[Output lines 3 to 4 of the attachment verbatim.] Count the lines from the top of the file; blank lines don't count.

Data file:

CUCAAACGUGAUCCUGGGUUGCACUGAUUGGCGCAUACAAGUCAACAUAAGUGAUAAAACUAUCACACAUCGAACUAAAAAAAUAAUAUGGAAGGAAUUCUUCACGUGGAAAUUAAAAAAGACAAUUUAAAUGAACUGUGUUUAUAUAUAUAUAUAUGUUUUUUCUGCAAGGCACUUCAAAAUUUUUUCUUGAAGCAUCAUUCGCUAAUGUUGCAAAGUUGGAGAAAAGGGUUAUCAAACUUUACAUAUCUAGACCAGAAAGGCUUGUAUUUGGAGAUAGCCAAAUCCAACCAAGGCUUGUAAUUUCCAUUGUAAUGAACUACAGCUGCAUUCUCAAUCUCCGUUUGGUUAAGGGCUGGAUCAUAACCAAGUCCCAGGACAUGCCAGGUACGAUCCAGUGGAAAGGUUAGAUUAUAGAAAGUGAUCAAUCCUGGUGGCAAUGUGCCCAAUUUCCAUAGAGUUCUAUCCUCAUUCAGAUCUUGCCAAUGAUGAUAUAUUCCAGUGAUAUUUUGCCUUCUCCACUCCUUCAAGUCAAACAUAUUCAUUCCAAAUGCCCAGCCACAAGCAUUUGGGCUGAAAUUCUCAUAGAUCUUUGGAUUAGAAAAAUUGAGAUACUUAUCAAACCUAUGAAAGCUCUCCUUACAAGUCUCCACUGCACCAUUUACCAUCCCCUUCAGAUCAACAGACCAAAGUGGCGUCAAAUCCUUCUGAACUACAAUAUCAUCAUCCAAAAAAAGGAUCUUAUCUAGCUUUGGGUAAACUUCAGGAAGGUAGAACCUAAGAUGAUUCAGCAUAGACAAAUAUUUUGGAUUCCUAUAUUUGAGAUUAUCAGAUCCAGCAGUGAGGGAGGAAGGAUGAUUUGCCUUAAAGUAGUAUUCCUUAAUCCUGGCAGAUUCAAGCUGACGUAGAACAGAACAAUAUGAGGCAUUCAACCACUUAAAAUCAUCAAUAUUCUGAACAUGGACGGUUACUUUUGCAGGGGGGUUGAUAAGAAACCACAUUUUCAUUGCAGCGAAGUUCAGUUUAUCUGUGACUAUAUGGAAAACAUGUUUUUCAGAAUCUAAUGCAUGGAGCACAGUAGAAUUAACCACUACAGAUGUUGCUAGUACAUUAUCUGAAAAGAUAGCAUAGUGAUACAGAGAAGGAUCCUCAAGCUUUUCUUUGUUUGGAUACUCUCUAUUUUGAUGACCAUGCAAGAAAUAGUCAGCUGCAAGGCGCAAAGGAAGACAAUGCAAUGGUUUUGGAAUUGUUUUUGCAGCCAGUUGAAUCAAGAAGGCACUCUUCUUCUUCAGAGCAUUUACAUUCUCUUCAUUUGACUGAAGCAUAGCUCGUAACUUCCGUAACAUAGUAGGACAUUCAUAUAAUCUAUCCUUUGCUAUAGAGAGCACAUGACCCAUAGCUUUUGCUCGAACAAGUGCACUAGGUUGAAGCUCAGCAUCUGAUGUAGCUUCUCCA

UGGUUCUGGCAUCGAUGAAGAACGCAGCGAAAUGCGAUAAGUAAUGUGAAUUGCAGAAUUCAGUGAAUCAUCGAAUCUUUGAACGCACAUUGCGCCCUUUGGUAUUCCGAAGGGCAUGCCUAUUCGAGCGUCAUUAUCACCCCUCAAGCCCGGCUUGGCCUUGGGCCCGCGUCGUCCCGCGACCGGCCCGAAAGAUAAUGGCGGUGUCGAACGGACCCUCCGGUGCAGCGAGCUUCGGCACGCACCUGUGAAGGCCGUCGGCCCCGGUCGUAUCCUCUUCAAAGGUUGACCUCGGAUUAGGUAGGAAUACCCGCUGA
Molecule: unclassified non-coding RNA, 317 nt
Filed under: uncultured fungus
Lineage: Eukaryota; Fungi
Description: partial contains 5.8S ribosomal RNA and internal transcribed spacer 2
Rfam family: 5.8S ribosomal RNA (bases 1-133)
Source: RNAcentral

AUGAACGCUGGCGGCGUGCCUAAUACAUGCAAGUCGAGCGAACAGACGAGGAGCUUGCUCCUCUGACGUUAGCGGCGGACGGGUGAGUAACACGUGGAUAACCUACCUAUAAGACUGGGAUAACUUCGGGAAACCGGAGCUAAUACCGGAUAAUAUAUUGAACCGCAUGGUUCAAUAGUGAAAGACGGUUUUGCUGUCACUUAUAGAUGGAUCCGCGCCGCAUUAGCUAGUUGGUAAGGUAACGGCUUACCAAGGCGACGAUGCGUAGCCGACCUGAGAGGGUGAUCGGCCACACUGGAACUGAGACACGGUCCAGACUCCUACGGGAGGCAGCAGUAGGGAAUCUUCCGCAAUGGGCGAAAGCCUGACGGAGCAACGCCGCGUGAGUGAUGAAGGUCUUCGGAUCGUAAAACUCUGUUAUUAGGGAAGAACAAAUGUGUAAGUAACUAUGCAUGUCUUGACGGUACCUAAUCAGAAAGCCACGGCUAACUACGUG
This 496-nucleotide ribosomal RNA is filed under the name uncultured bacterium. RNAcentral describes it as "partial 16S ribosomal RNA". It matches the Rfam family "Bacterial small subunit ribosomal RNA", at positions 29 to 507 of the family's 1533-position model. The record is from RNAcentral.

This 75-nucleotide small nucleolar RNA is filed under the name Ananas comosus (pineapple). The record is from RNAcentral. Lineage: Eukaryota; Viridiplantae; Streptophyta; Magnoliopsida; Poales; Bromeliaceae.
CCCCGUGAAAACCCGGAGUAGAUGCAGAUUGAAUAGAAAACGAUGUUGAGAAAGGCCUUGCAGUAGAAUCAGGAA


Molecule: unclassified non-coding RNA, 317 nt
Filed under: uncultured fungus